Seersucker Rises Again
345 Smith Street, Carroll Gardens
As you walk into Wilma Jean, the latest venture from the folks behind Seersucker and Nightingale 9, it feels like something between a chicken shack way down South and a cool Brooklyn restaurant. There’s something very down-home about the whole production, with mounds of crispy chicken piled onto trays emerging from the kitchen. But the framed chalkboard menus on the wall, impressive craft beer selection, and stylish children slouched against the bar bring you right back to Carroll Gardens again. Kerry Diamond and Rob Newton designed this casual Southern spot as an offshoot of Seersucker, their now-shuttered, more upscale Southern restaurant. The fried chicken and cheddar cheese grits live on from the Seersucker menu, only now they’re served in paper trays. And that’s not such a bad thing at all.
The menu is broken down into five sections: snacks, salad bowls, fried chicken, sandwiches, and sides. It goes without saying that you should order the fried chicken here—it’s perfectly cooked with a thick layer of crunchy skin. But Diamond and Newton do an interesting thing on the menu. You can get a chicken dinner with one side and coleslaw for $14, but you can also get chicken on a stick ($5), a single breast ($6), thigh ($4), or drumstick ($3). My dining companion and I decided to order just a few pieces of chicken and many, many sides. The meal—instead of a big pile of fried chicken with a modest side dish—became a modest amount of chicken and a taste of just about everything else. Tater tots, grits, fried okra, cornbread, cornmeal-crusted oysters, and a summer-fresh salad, all crammed onto two trays: It was a Southern meal as it should be.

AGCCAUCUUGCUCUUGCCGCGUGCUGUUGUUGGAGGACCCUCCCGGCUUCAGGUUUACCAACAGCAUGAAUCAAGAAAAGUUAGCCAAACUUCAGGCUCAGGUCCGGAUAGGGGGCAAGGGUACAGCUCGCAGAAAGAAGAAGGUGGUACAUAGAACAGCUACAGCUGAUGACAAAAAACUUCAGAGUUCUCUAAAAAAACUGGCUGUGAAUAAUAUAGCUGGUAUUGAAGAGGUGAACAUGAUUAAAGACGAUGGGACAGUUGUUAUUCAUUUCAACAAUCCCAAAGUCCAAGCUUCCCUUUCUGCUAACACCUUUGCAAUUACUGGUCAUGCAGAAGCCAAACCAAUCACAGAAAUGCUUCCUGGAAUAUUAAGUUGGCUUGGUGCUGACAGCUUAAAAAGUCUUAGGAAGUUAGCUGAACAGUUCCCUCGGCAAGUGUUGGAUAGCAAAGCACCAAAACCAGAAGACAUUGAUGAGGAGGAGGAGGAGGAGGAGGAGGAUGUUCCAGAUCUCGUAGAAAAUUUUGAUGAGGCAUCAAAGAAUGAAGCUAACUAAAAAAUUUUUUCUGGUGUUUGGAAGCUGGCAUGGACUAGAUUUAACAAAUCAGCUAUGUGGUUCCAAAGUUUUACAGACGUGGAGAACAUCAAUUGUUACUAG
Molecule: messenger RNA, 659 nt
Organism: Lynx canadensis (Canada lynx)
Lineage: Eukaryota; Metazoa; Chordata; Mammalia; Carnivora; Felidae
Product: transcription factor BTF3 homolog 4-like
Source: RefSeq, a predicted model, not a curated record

Those oysters, also fried with a pleasingly thick and crispy skin, were served with “Mississippi Comeback Sauce,” an orangish mayo sauce with a little bite. The cheddar cheese grits were reliably good, as grits often are, and the fried okra disappeared from its paper container quickly. The fried bologna sandwich comes on a potato roll, with layers of bologna crisped up and nearly burnt (in a good way) and topped with a healthy slather of mustard. The cornbread was heavy and peppery, not at all sweet. It was served with a salted molasses butter with a flavor profile I pathetically described as “deep” in my notes—a better adjective never struck. With all that is heavy and fried, the summer vegetable salad felt necessary, although you do have the option of adding fried chicken to your greens. The salad, comprised of green beans, heirloom tomatoes, onions, radishes, and squash coated in a light lemon vinaigrette, is something you’ll crave more and more as the fried food starts to weigh down your belly. It was, alongside the fried chicken, one of the highlights of the meal.
To end, nothing too fancy, just a blackberry cobbler served in a tiny tin with a side of Blue Marble vanilla ice cream. The meal felt like it cost $100. Because the sides are priced between $2 and $5, it was $40 less. Now that’s Southern food I can stand behind: good, plentiful, and cheap.